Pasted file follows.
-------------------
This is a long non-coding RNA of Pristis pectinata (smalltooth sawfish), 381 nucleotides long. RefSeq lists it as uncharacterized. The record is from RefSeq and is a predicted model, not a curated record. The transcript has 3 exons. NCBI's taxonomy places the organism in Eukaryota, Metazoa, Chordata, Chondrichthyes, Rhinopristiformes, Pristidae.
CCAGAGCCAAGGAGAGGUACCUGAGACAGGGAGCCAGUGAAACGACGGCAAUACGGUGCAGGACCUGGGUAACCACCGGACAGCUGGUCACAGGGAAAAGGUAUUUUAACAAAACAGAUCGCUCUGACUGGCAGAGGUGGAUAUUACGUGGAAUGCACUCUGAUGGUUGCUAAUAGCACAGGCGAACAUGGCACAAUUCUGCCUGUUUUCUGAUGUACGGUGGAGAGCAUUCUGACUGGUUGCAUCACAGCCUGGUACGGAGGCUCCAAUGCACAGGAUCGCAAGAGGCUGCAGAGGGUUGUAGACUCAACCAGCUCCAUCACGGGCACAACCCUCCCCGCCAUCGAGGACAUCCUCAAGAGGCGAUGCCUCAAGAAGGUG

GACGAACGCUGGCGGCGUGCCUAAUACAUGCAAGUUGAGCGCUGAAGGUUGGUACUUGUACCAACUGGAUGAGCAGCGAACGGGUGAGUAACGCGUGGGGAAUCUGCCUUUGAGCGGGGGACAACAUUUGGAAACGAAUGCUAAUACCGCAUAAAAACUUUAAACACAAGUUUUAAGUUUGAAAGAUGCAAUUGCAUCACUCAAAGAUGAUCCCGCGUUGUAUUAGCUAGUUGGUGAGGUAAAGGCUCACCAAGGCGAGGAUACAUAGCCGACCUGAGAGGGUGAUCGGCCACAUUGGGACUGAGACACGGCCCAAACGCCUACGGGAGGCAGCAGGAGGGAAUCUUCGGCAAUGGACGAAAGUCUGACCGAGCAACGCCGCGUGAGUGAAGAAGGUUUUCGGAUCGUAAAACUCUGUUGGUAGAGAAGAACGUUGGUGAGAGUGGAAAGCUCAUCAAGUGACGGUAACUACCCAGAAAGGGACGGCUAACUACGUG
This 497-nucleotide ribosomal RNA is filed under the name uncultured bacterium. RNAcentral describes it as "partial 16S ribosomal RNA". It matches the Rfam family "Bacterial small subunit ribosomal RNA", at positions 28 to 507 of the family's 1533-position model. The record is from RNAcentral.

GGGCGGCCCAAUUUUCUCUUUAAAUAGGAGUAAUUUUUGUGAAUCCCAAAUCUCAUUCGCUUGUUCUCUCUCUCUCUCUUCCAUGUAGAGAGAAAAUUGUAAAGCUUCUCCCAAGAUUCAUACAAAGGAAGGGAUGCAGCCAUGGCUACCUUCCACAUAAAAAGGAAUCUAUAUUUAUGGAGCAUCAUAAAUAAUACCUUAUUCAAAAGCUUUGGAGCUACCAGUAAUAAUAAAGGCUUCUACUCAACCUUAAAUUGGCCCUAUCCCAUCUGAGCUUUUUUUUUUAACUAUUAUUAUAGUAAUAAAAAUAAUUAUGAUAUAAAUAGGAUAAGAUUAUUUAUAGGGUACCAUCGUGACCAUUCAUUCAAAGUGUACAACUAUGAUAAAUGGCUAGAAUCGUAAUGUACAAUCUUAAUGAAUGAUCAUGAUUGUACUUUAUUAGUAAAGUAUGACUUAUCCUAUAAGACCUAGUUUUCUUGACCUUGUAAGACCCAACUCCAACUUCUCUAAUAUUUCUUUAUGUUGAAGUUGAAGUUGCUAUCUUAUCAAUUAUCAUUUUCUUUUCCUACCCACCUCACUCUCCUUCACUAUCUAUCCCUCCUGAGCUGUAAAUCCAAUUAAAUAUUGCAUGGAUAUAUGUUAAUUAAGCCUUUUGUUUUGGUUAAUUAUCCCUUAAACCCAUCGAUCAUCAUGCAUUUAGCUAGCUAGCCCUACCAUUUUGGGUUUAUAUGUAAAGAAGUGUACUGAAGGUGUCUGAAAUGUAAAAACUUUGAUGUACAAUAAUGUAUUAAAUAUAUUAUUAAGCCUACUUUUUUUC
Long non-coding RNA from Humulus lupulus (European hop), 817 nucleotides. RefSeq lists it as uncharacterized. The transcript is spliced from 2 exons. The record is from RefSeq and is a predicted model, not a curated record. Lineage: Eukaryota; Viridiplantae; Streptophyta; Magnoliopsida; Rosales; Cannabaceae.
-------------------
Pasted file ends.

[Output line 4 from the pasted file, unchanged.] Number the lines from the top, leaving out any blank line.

This 497-nucleotide ribosomal RNA is filed under the name uncultured bacterium. RNAcentral describes it as "partial 16S ribosomal RNA". It matches the Rfam family "Bacterial small subunit ribosomal RNA", at positions 28 to 507 of the family's 1533-position model. The record is from RNAcentral.